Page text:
Dr Amos Tai, Croucher Fellowship 2012

Corn and soybeans grow better together

16 May 2019

As the world’s rising population faces increasing challenges of land scarcity, soil degradation, and air pollution from ammonia-based fertilisers, there is an urgent need to identify more sustainable and viable farming practices.

Earth system scientist Dr Amos Tai (Croucher Fellowship 2012), of the Chinese University of Hong Kong, teamed up with life scientists to explore the use of intercropping as a farming technique to replace traditional monocultural practices associated with soil and ammonia-derived acidic air pollution and smog.

Intercropping refers to the growing of two or more crop types in one field. However, this farming practice requires multiple sowing and harvesting, and involves more labour, which has resulted in low adoption in rural communities in China, for example, where urbanisation draws many people from the countryside to work in industry.

The scientists used the advanced DeNitrification-DeComposition (DNDC) computer simulation model to find that intercropping would increase productivity and require less synthetic fertilisers, which in turn would reduce air pollutants emitted from excessive use of such fertilisers. The findings have been published in Environmental Research Letters.

The team compared the intercropping and monoculture of maize and soybean for their crop yields, amount of fertiliser use, and ammonia emitted. Simulations were conducted under the same meteorological conditions, soil properties and farming practices as the testing conditions of a field experiment conducted by a collaborator in Sichuan Agricultural University, China.

Using the computer model, the team predicted what would happen if such a maize (non-legume)-soybean (legume) intercropping system were adopted in all maize and soybean croplands across every Chinese province. The results showed that on land originally designated for maize or soybean production only, intercropping could not only produce the same quantity of maize (4,300-16,000 kg per hectare), but an additional batch of soybean (2,800-5,000 kg per hectare). Moreover, 42 per cent less fertiliser would be required, and 45 per cent less ammonia emitted.

The team fed these results into GEOS-Chem, a 3D atmospheric chemistry model, to compute how such a reduction in ammonia would impact on the formation of fine particulate matters over Chinese provinces. The model predicted that the average annual pollutant concentration could be lowered by up to 1.5 micrograms per cubic metre (2.3 per cent). The resulting improved air quality would be most significant in impact for East and Northeast China provinces.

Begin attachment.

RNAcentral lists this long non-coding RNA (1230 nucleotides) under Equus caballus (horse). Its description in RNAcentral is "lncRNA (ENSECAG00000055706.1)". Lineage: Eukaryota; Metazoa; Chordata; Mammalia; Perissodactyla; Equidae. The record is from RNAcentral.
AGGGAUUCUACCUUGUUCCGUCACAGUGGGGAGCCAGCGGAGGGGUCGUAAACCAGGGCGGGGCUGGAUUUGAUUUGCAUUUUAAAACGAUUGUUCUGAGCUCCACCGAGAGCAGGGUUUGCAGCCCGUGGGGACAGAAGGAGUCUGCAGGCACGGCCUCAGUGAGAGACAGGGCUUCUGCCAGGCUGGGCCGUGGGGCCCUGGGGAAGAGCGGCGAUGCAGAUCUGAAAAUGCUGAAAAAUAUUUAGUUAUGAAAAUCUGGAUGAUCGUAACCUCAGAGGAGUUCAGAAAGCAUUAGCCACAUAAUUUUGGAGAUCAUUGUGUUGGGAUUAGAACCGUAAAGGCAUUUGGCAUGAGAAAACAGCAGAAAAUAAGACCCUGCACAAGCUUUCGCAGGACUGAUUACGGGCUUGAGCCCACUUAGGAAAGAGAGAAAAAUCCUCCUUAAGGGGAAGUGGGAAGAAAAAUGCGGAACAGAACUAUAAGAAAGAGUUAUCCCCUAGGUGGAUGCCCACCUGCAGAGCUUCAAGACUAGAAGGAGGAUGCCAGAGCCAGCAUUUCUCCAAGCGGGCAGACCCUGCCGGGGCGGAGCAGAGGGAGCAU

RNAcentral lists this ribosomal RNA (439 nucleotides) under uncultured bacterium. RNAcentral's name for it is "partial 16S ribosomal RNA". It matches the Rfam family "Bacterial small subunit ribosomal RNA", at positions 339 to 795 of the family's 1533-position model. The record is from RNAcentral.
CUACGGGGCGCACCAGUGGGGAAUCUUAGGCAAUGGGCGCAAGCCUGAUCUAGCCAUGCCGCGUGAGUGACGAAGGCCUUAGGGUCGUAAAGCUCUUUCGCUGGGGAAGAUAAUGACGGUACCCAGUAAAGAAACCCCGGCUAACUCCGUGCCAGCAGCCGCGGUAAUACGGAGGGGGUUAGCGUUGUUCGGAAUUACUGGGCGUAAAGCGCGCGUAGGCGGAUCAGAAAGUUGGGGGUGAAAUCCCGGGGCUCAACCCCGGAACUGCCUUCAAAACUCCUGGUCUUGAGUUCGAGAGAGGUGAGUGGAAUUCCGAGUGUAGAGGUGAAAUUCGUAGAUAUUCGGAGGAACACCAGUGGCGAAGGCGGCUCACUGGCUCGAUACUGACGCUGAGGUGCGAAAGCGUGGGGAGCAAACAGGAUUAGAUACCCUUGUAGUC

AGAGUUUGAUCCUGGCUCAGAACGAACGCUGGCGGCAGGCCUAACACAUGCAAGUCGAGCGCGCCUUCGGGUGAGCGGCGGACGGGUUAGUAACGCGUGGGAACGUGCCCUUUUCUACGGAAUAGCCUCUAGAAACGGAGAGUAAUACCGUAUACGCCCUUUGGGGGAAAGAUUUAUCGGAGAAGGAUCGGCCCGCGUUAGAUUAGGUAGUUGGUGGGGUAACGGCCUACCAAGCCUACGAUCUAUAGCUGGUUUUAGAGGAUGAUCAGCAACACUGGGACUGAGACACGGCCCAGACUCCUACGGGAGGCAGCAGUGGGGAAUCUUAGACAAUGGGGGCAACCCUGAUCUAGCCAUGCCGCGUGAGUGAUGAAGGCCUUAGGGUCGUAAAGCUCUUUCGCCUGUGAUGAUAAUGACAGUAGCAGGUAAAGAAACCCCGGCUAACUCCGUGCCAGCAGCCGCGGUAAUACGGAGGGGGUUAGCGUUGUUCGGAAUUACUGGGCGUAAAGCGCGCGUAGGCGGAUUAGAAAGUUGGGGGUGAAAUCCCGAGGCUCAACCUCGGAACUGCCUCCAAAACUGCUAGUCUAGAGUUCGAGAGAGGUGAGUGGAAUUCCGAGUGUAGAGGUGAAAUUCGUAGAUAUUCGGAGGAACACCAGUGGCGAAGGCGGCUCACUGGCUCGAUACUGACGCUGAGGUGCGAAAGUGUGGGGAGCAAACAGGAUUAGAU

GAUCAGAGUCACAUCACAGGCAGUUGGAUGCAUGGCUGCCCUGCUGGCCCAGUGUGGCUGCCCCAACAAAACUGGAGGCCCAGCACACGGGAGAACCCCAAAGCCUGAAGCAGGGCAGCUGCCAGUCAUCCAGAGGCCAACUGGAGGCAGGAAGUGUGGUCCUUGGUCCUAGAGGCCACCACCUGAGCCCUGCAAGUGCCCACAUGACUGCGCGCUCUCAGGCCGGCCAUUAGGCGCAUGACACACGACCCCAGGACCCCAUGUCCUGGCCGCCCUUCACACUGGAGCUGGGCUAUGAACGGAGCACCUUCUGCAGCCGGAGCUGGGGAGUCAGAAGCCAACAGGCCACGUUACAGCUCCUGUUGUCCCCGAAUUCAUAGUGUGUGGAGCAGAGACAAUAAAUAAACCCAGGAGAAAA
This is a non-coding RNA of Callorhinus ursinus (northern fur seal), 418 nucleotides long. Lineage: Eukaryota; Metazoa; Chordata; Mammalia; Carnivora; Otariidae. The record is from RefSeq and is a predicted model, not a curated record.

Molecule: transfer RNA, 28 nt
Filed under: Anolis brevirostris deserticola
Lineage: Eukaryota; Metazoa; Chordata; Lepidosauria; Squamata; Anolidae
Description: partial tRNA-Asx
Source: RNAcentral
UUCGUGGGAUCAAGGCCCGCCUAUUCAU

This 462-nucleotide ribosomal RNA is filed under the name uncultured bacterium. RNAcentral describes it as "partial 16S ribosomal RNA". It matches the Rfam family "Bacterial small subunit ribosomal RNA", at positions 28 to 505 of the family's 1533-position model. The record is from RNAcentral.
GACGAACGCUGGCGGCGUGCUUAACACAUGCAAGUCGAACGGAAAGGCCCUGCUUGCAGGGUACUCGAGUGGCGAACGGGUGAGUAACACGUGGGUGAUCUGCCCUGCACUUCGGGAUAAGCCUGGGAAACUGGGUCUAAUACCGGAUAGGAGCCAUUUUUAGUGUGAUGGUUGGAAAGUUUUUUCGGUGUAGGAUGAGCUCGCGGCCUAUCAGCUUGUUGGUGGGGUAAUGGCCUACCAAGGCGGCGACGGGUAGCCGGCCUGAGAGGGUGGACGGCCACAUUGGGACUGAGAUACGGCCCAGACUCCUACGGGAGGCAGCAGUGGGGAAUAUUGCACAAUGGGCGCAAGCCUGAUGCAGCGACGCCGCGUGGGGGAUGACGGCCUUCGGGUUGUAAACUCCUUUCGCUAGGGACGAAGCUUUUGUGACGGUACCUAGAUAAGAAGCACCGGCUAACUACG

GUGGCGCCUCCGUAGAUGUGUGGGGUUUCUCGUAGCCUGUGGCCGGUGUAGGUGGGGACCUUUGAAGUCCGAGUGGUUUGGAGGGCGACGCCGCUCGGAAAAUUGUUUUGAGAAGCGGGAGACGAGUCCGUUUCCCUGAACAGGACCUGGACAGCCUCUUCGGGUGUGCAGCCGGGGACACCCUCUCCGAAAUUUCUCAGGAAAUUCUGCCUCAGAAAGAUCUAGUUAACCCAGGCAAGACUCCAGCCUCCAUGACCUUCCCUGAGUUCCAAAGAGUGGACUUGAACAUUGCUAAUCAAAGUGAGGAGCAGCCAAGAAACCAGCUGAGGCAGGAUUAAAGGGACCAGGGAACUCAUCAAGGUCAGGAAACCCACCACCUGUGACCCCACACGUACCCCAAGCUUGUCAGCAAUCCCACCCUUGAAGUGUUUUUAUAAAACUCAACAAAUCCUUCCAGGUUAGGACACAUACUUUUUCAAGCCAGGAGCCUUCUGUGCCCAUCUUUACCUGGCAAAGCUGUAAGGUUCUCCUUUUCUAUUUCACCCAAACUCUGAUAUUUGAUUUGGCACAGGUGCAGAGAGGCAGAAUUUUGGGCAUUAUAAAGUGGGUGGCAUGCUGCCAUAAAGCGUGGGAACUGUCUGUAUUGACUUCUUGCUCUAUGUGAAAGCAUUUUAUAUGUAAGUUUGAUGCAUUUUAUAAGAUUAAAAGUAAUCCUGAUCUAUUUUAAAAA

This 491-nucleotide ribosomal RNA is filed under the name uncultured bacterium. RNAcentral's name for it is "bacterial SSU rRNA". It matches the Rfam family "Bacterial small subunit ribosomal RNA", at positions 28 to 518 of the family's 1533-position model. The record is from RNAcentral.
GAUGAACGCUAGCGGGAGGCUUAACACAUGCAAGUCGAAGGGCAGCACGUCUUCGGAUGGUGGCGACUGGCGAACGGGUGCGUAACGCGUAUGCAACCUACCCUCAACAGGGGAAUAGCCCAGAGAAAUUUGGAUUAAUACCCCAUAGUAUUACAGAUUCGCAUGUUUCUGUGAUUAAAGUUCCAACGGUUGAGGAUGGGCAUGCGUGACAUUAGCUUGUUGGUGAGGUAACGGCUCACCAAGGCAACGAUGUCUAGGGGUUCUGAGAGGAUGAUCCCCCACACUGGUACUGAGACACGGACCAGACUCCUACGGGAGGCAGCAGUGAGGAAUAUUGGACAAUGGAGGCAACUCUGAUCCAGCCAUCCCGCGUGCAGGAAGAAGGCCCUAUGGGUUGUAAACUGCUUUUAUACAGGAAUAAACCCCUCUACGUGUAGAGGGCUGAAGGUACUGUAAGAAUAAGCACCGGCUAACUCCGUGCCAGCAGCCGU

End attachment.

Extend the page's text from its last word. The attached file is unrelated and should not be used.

The study concluded with a cost-benefit analysis of maize-soybean intercropping against the current monocultural farming practice for the two crops. Although additional labour and machinery might double the costs, the nationwide use of intercropping could increase the annual national income by US$67 billion, including US$59 billion from increased crop sales, and US$13 billion saved from air pollution-related public health expenses.

Dr Tai said that the study showed that large-scale adoption of intercropping could benefit the Chinese economy, environment, and people’s health. “We hope this work can help demonstrate the use of a scientific framework to assist policymakers, governments, and other organisations around the globe in evaluating the potential of various sustainable farming methods, and to efficiently allocate their resources to alleviate environmental and food supply issues in the foreseeable future.”

Dr Amos P. K. Tai is an Assistant Professor in the Earth System Science Programme and Graduate Division of Earth and Atmospheric Sciences in the Faculty of Science at the Chinese University of Hong Kong. He received a Croucher Fellowship in 2012 to support postdoctoral research in the Department of Civil and Environmental Engineering at MIT on the impact of climate change and air pollution.

To view Dr Tai’s Croucher profile, please click here.